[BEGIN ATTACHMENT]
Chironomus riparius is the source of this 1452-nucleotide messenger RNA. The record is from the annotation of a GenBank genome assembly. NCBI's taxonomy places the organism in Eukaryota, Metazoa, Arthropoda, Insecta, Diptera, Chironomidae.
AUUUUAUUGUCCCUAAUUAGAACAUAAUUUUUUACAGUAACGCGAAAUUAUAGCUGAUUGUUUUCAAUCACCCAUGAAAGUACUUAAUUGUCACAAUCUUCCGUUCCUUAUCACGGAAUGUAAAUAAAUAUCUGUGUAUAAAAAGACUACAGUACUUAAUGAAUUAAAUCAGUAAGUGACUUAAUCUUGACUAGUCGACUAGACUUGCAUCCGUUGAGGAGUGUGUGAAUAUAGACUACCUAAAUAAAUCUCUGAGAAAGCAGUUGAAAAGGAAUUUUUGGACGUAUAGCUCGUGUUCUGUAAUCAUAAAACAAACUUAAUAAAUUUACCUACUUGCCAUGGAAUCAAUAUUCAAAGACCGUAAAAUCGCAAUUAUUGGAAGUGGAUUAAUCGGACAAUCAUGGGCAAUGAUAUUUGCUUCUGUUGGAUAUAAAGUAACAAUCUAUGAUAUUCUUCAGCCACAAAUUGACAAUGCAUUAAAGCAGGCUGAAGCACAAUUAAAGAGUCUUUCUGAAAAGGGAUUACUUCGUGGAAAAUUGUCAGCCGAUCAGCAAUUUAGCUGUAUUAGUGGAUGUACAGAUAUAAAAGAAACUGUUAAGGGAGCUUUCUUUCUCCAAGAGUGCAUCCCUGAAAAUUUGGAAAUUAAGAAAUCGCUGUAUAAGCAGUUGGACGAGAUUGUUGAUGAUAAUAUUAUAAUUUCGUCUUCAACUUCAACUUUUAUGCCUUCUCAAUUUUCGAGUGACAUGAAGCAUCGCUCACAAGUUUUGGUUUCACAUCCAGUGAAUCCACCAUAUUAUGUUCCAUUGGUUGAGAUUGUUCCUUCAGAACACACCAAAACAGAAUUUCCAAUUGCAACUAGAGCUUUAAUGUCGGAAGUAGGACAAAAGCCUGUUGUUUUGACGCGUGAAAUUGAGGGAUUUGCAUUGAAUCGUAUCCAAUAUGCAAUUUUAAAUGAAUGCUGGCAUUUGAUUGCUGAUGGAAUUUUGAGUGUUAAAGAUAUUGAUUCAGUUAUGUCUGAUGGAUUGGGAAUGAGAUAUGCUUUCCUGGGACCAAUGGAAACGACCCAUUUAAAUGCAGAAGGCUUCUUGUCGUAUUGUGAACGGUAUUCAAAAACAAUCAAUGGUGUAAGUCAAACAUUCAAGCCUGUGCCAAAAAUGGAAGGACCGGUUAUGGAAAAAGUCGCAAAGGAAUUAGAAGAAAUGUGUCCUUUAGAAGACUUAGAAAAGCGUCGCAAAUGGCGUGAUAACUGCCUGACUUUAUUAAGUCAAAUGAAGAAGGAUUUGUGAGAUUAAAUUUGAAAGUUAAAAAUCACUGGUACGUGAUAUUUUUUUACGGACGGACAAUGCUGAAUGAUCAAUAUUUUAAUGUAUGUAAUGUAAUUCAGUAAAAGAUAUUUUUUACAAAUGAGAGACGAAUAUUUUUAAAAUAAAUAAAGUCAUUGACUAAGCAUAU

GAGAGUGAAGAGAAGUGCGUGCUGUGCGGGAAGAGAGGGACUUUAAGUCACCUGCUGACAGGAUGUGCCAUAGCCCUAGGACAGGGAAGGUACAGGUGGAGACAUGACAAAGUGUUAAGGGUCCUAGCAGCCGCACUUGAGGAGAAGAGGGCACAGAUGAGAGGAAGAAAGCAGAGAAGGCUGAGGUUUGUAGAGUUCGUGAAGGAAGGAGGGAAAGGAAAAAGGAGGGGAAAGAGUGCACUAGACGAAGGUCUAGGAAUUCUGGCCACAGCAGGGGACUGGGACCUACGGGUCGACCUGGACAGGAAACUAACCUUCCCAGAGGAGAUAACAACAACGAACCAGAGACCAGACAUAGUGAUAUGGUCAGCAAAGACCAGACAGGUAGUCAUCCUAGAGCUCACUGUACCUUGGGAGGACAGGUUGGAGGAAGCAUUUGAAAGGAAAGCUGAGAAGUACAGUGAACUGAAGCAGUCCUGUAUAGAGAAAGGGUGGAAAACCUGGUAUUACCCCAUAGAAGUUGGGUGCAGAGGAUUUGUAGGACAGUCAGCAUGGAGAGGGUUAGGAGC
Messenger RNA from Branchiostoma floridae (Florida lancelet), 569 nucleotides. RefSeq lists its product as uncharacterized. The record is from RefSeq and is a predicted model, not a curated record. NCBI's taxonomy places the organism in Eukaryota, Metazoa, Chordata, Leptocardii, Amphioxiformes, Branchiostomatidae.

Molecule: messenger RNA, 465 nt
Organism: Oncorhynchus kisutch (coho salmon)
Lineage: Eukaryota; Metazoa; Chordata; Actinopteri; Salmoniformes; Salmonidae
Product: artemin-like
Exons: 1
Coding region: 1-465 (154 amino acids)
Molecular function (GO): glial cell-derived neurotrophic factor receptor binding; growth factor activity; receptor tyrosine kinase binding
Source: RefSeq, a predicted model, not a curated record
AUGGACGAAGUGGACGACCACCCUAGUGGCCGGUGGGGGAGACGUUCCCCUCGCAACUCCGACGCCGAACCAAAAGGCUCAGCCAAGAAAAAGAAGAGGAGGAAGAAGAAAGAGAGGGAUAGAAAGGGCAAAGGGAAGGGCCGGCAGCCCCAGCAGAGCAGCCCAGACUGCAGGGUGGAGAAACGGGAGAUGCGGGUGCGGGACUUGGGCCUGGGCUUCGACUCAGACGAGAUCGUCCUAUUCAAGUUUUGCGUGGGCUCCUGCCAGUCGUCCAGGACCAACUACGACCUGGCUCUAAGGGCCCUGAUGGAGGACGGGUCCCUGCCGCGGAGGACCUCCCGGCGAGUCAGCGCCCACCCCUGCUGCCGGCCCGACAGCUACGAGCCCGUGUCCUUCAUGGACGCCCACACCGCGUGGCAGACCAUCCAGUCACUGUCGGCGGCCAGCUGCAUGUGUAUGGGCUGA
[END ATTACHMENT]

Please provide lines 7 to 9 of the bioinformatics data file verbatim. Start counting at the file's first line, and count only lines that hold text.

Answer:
Lineage: Eukaryota; Metazoa; Chordata; Actinopteri; Salmoniformes; Salmonidae
Product: artemin-like
Exons: 1